Everybody Loves a Good Rotting Corpse Joke 

Directed by Yojiro Takita

On the one hand, it's obvious why Departures won the Academy Award for Best Foreign Film. It's overflowing with a familiar cloyingness that won't alienate audiences, and yet there's ample "foreign-ness" to make it appealingly exotic. Recently laid-off Tokyo cellist Masahiro Motoki returns to his hometown with his wife (J-pop superstar Ryoko Hirosue) and secretly begins work as a mortician. Ashamed, he keeps it a secret from her — and, expectedly, she and the town find out and ostracize him.

But then there's the influence of Juzo Itami's uncouth, bodily humor, which exerts itself in Depatures through Motoki's boss, played by Tsutomu Yamazaki of Itami's Tampopo and The Funeral. Whether slobbering over fried chicken, making off-color jokes about rotting corpses or using Motoki as a "human model" for the ritualistic preparation of the body (which includes stuffing gauze in unwanted areas), Yamazaki brings a much-needed inappropriateness to the film. His zest for pervy unpretentiousness does not go unappreciated.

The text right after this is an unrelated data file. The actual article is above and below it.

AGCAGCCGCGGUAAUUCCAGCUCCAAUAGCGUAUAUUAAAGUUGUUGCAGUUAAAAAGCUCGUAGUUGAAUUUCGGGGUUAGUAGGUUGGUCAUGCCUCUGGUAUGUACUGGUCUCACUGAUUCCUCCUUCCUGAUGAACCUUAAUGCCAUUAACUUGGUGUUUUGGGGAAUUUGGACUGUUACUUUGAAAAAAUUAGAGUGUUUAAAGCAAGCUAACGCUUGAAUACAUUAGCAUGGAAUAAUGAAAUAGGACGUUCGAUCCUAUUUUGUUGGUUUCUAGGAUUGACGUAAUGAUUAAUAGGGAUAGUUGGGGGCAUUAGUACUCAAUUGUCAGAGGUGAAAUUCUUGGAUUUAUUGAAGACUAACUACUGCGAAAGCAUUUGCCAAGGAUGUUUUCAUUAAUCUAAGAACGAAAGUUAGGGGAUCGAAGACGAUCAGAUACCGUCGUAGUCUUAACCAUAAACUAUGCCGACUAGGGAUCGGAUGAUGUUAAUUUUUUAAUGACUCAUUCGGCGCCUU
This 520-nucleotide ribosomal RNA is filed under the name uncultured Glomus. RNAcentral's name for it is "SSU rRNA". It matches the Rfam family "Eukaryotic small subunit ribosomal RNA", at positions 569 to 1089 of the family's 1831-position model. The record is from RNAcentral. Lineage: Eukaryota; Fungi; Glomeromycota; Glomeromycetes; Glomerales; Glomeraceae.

Opens May 29


Subscribe to this thread:

Add a comment

Latest in Film Reviews

  • Like Murdoch in the Movies: God Help the Girl

    The Belle and Sebastian frontman makes the move to film with this respectable combination of whimsical low-budge let’s-make-a-band caper and fragile singer-songwriter’s coming-of-age.
    • Aug 27, 2014
  • Beale Street Blues: Memphis

    The second film from rising indie auteur Tim Sutton is aimless on the surface, but contains multitudes.
    • Aug 27, 2014
  • Fight the Future: The Congress

    Robin Wright plays "RobinWright" in this messy, half-animated entertainment-industry dystopia/sci-fi mindfuck.
    • Aug 27, 2014
  • More »

© 2014 The L Magazine
Website powered by Foundation